Definition of sensible
1 : of a kind to be felt or perceived: such asa : perceptible to the senses or to reason or understanding felt a sensible chill her distress was sensible from her mannerb archaic : perceptibly large : considerablec : perceptible as real or material : substantial the sensible world in which we live
3a : perceiving through the senses or mind : cognizant sensible of the increasing heat; also : convinced by perceived evidence : satisfied sensible of my errorb : emotionally aware and responsive we are sensible of your problemsc : conscious
5 : designed for practical ends (such as comfort) rather than for appearance sensible shoes
sensiblyplay \-blē\ adverb
Examples of sensible in a Sentence
My teacher gave me some sensible advice.
She was sensible enough to stop driving when she got too tired.
She wore a sensible coat.
Recent Examples of sensible from the Web
That sensible policy, along with safer street design and universal bike education, contributes to a bike fatality rate in the Netherlands that's about one-fifth that of the U.S., even though helmet use is rare.
By any sensible standard, Sanders is way past his presidential sell date.
If that’s not sensible to you, limit yourself to one drink per hour, alternating water with alcohol.
Also playing out: A more sensible but similarly fated romance between Cliff’s landlady, Fräulein Schneider (Mary Gordon Murray) and Jewish fruit dealer Herr Schultz (Scott Robertson).
Policy processes produce sensible policies that are then upended by the president’s decisions—
Some were attired for the office, in suits or sensible dresses.
And then there was the color pink, which is sensible, sweet, calming.
Today is one of those times a sensible assessment of risk looks more coldhearted than clear-eyed.
These example sentences are selected automatically from various online news sources to reflect current usage of the word 'sensible'. Views expressed in the examples do not represent the opinion of Merriam-Webster or its editors. Send us feedback.
Origin and Etymology of sensible
Middle English, from Anglo-French, from Latin sensibilis, from sensus, past participle of sentire to feel
First Known Use: 14th centurySee Words from the same year
Synonym Discussion of sensible
perceptible, sensible, palpable, tangible, appreciable, ponderable mean apprehensible as real or existent. perceptible applies to what can be discerned by the senses often to a minimal extent. a perceptible difference in sound to a careful listener sensible applies to whatever is clearly apprehended through the senses or impresses itself strongly on the mind. an abrupt, sensible drop in temperature palpable applies either to what has physical substance or to what is obvious and unmistakable. the tension in the air was almost palpable tangible suggests what is capable of being handled or grasped both physically and mentally. no tangible evidence of UFOs appreciable applies to what is distinctly discernible by the senses or definitely measurable. an appreciable increase in income ponderable suggests having definitely measurable weight or importance. exerted a ponderable influence on world events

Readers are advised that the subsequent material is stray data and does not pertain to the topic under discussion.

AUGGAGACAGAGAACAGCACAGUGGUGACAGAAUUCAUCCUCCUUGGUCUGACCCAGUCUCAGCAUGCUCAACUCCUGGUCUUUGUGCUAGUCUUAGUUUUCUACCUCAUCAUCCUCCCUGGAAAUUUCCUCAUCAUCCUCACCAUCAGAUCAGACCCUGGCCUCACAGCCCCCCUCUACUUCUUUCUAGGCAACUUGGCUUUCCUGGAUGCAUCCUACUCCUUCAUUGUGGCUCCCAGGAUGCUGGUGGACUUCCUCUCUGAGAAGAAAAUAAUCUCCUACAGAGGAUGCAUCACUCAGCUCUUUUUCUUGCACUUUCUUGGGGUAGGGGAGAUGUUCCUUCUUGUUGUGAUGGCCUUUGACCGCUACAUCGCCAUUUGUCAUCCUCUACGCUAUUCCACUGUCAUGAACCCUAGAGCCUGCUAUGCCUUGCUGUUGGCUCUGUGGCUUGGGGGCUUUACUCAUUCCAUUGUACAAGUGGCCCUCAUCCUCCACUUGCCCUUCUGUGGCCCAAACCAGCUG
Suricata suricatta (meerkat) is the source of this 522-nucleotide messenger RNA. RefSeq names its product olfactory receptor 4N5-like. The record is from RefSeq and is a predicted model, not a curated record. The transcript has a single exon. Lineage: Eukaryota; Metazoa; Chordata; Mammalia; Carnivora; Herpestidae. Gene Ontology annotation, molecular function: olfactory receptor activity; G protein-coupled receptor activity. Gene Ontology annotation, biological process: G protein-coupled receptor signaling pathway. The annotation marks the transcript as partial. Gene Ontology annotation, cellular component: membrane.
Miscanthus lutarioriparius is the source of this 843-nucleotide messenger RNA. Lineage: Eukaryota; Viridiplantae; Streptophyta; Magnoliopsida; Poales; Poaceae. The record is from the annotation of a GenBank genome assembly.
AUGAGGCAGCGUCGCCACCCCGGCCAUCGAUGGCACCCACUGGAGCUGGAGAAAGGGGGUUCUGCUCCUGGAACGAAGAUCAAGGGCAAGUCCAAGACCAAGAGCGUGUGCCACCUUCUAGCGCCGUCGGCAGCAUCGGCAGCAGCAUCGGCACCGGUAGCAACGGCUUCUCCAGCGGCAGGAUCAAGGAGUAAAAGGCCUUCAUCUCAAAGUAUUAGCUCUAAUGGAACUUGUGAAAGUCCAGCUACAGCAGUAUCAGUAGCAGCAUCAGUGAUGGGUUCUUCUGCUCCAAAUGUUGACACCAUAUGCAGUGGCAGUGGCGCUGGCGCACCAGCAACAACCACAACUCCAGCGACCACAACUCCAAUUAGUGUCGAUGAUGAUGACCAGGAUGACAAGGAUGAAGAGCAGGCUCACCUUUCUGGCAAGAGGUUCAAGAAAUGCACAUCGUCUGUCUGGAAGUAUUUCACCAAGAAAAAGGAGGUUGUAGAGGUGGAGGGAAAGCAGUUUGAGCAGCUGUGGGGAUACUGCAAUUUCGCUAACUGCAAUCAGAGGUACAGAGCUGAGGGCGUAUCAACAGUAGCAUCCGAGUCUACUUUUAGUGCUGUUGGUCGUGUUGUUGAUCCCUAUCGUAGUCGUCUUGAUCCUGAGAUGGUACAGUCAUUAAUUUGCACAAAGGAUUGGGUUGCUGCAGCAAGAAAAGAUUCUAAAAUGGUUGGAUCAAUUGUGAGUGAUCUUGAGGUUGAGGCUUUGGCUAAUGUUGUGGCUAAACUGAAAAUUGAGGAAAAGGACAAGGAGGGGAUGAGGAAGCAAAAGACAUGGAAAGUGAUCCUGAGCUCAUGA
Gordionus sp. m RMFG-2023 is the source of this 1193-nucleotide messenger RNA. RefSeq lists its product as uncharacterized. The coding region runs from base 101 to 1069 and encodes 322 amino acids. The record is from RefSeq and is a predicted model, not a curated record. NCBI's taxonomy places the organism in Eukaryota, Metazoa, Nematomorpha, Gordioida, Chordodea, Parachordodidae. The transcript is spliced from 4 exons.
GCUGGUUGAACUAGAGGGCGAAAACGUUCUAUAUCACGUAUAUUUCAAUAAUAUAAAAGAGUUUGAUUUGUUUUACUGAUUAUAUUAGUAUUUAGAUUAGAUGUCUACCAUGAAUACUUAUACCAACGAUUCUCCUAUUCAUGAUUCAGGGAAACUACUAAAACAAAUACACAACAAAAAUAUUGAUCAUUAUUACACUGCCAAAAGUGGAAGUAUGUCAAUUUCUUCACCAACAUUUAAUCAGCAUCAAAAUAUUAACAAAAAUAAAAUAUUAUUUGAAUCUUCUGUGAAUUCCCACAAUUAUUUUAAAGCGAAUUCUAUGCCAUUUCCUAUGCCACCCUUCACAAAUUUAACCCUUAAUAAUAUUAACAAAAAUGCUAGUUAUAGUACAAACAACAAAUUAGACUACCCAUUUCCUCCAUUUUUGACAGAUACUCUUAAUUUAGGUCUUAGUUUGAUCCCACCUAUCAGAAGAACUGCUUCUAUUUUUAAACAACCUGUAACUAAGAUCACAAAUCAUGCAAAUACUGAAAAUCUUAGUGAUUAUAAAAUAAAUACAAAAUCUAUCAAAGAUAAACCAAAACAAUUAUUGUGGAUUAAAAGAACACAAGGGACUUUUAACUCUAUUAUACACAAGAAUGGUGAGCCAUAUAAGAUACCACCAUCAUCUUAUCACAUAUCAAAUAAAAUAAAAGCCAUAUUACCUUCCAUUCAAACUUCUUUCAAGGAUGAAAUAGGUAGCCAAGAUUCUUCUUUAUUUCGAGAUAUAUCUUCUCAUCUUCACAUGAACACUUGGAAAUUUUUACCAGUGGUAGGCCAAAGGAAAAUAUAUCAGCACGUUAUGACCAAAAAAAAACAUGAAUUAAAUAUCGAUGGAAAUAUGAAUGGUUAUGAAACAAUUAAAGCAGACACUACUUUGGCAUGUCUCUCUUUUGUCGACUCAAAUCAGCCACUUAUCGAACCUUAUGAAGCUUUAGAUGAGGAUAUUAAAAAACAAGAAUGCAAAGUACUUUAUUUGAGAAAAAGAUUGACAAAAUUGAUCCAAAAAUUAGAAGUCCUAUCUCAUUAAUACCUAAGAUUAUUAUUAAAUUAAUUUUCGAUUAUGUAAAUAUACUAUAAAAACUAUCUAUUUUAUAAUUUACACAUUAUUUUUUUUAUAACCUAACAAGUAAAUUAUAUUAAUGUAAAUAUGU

aware, cognizant, conscious, sensible, alive, awake mean having knowledge of something. aware implies vigilance in observing or alertness in drawing inferences from what one experiences. aware of changes in climate cognizant implies having special or certain knowledge as from firsthand sources. not fully cognizant of the facts conscious implies that one is focusing one's attention on something or is even preoccupied by it. conscious that my heart was pounding sensible implies direct or intuitive perceiving especially of intangibles or of emotional states or qualities. sensible of a teacher's influence alive adds to sensible the implication of acute sensitivity to something. alive to the thrill of danger awake implies that one has become alive to something and is on the alert. a country always awake to the threat of invasion
wise, sage, sapient, judicious, prudent, sensible, sane mean having or showing sound judgment. wise suggests great understanding of people and of situations and unusual discernment and judgment in dealing with them. wise beyond his tender years sage suggests wide experience, great learning, and wisdom. the sage advice of my father sapient suggests great sagacity and discernment. the sapient musings of an old philosopher judicious stresses a capacity for reaching wise decisions or just conclusions. judicious parents using kindness and discipline in equal measure prudent suggests the exercise of restraint guided by sound practical wisdom and discretion. a prudent decision to wait out the storm sensible applies to action guided and restrained by good sense and rationality. a sensible woman who was not fooled by flattery sane stresses mental soundness, rationality, and levelheadedness. remained sane even in times of crises
Definition of sensible
: something that can be sensed
First Known Use of sensible
SENSIBLE Defined for English Language Learners
Definition of sensible for English Language Learners
: having or showing good sense or judgment
: designed to be comfortable, useful, etc., rather than stylish
SENSIBLE Defined for Kids
Definition of sensible for Students
1 : showing or containing good sense or judgment He was a sensible dog, and knew what to do when he met strangers. — Laura Ingalls Wilder, Little House on the Prairie
2 : designed for a practical purpose rather than for appearance sensible shoes
3 : capable of feeling or perceiving The patient was sensible to pain.
Medical Definition of sensible
1: perceptible to the senses or to reason or understanding felt a sensible chill
2: capable of receiving sensory impressions sensible to pain
Seen and Heard
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